By Kenia Cris
Image by Motoharu Iijima
A whole generation of children in the 80’s pictured future as seen in The Jetsons: flying cars, robots, aliens, holograms, high-tech appliances. Common adult fears then, were related to the depletion of oil, the development of nuclear mass destruction weapons and the belief the world would end in the year 2000.
Mankind survived the year 2000 and now reaches the end of its decade. We saw terrorist attacks, suicide bombing, the beginning and the end of wars, the sequencing of human genome, tsunami, hurricanes, earthquakes, three Olympic Games, the election of new presidents, Pluto demoted to the status of dwarf planet, the explosion of the Internet and the fast growth of social networking, we mourned a Pope and a Pop star, we witnessed 33 men trapped 700 meters underground being brought back to surface after surviving 69 days, worldwide efforts to improve environmental awareness and consequently life in the planet for generations to come.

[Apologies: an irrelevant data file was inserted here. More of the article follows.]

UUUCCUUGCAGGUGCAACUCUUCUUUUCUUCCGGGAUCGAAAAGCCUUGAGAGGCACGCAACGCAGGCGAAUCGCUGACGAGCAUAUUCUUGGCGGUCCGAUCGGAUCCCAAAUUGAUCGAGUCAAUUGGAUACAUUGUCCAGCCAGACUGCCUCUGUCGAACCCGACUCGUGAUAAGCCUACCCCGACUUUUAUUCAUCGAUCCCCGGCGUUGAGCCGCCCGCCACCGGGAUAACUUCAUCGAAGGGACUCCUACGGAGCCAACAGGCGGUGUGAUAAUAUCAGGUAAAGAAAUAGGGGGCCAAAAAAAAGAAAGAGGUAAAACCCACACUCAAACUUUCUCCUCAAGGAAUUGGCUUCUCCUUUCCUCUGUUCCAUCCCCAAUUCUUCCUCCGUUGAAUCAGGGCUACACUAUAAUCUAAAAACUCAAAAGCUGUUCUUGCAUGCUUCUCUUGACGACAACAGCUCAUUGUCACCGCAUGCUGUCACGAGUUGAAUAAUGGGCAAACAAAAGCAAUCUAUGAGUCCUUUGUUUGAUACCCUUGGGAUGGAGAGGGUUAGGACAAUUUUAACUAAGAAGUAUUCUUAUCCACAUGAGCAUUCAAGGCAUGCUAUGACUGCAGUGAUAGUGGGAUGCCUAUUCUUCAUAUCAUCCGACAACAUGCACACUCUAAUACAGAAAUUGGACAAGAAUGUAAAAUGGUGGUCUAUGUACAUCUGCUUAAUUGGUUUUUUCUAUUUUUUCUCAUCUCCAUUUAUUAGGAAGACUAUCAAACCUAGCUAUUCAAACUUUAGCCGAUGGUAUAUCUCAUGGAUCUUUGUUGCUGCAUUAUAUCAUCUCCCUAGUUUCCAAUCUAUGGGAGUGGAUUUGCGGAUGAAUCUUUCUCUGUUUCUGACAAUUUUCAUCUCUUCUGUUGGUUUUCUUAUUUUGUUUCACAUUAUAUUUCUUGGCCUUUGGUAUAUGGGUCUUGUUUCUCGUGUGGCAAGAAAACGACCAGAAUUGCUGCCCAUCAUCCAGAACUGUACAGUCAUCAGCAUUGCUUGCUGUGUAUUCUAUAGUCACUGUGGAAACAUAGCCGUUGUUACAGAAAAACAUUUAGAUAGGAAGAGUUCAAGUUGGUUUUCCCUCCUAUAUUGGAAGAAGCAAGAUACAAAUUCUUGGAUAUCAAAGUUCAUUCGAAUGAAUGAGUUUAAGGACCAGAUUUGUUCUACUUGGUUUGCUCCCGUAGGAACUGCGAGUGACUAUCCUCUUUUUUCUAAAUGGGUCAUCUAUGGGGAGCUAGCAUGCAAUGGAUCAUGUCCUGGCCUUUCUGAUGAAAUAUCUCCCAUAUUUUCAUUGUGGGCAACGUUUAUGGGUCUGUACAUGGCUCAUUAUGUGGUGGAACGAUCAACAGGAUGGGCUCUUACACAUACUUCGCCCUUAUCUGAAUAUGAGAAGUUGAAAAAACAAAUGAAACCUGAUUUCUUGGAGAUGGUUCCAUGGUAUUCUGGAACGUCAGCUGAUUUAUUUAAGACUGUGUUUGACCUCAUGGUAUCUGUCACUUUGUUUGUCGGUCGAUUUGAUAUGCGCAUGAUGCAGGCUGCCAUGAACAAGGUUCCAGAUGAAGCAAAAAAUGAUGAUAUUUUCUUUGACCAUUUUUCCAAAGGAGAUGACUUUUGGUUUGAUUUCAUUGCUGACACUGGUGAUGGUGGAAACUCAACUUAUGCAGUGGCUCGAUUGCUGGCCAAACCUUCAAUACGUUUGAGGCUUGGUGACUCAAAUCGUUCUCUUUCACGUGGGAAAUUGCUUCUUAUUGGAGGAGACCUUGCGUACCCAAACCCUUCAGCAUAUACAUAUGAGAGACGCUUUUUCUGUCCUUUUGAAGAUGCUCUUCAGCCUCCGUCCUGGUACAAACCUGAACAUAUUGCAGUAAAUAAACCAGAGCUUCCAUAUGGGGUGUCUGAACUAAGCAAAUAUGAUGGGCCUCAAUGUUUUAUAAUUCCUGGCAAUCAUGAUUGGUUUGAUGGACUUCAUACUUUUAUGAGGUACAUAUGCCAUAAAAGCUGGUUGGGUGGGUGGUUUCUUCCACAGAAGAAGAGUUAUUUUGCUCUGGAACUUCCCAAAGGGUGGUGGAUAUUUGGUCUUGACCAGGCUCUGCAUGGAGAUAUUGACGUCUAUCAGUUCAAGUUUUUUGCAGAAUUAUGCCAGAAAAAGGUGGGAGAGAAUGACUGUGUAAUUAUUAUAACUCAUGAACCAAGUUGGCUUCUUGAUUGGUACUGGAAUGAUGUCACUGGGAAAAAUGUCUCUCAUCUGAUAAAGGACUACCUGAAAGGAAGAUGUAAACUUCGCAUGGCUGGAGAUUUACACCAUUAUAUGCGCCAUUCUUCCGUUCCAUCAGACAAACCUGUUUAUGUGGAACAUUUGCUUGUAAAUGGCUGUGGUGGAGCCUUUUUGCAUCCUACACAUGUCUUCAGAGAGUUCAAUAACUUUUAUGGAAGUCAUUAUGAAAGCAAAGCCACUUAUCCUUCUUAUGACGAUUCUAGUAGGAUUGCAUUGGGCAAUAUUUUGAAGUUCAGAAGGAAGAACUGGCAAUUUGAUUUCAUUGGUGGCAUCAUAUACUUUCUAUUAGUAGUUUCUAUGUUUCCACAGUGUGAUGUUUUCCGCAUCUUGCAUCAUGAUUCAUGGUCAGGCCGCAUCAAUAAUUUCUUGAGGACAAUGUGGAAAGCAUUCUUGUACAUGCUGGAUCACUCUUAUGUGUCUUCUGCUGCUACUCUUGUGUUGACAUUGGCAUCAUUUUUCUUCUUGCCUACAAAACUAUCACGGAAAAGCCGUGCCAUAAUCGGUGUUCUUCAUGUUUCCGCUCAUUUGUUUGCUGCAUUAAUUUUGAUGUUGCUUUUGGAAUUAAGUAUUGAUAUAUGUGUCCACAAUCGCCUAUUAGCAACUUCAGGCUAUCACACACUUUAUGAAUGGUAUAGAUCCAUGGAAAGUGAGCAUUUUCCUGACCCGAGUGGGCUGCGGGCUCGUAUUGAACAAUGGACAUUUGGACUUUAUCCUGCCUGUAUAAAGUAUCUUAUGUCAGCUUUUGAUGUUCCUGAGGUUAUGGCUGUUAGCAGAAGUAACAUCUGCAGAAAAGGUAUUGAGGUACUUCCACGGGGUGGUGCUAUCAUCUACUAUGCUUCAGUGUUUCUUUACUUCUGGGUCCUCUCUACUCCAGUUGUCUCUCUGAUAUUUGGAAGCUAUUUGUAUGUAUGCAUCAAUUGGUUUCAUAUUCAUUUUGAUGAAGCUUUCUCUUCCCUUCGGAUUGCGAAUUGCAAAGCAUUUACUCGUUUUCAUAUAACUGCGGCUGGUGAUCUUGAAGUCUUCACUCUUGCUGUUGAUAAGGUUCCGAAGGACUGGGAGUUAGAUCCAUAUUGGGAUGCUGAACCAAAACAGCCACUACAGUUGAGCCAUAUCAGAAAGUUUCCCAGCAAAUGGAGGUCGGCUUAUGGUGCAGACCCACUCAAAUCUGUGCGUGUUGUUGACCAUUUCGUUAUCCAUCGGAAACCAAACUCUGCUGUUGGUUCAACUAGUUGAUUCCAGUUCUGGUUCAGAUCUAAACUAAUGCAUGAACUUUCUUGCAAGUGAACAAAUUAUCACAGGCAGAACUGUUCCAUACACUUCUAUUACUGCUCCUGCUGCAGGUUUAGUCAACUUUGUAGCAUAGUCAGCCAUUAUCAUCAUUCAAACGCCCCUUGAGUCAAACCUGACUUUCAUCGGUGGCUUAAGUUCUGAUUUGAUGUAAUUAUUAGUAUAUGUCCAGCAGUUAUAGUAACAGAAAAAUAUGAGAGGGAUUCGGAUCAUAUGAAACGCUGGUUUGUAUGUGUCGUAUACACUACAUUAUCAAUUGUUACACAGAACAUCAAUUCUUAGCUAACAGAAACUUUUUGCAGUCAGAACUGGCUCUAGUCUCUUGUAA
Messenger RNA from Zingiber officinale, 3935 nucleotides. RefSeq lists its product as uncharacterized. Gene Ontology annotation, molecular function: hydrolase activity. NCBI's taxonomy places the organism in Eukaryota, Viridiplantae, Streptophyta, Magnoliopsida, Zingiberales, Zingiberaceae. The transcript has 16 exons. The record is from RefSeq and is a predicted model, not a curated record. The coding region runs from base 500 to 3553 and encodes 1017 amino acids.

Less than a week to the end of a decade, ‘year in review’ programs popping up on TV, how will you remember the year 2010? Who did you meet? What did you get for your last birthday? Did you attend someone’s burial? How many letters did you write? Who did you hold the elevator door to? Which breath-taking places did you visit? How much time did you spend with your family and friends? Who made you laugh? Who made you cry? Which songs did you sing in a traffic jam, in the bank line, in the shower? Who did you offer a helping hand to?
How many times did you go to the movies? What movies did you see? Who did you go out with? Did you take pictures of all your best moments? Did you write poems, short stories, articles? Were you gentle, caring, attentive to the others and to yourself all the time? Did you apologize? How many people smiled at you? Were you committed to your work? Did you reach your dreams and goals? Whatever your answer to each of these questions is, you do as the Gallagher brothers sing: don’t look back in anger.
“He who is not afraid
of stepping ahead,
cannot be afraid of
stepping back a pace or two.
One retreats to see further ahead,
to adjust the feet to the new path
and then restart walking his journey.”
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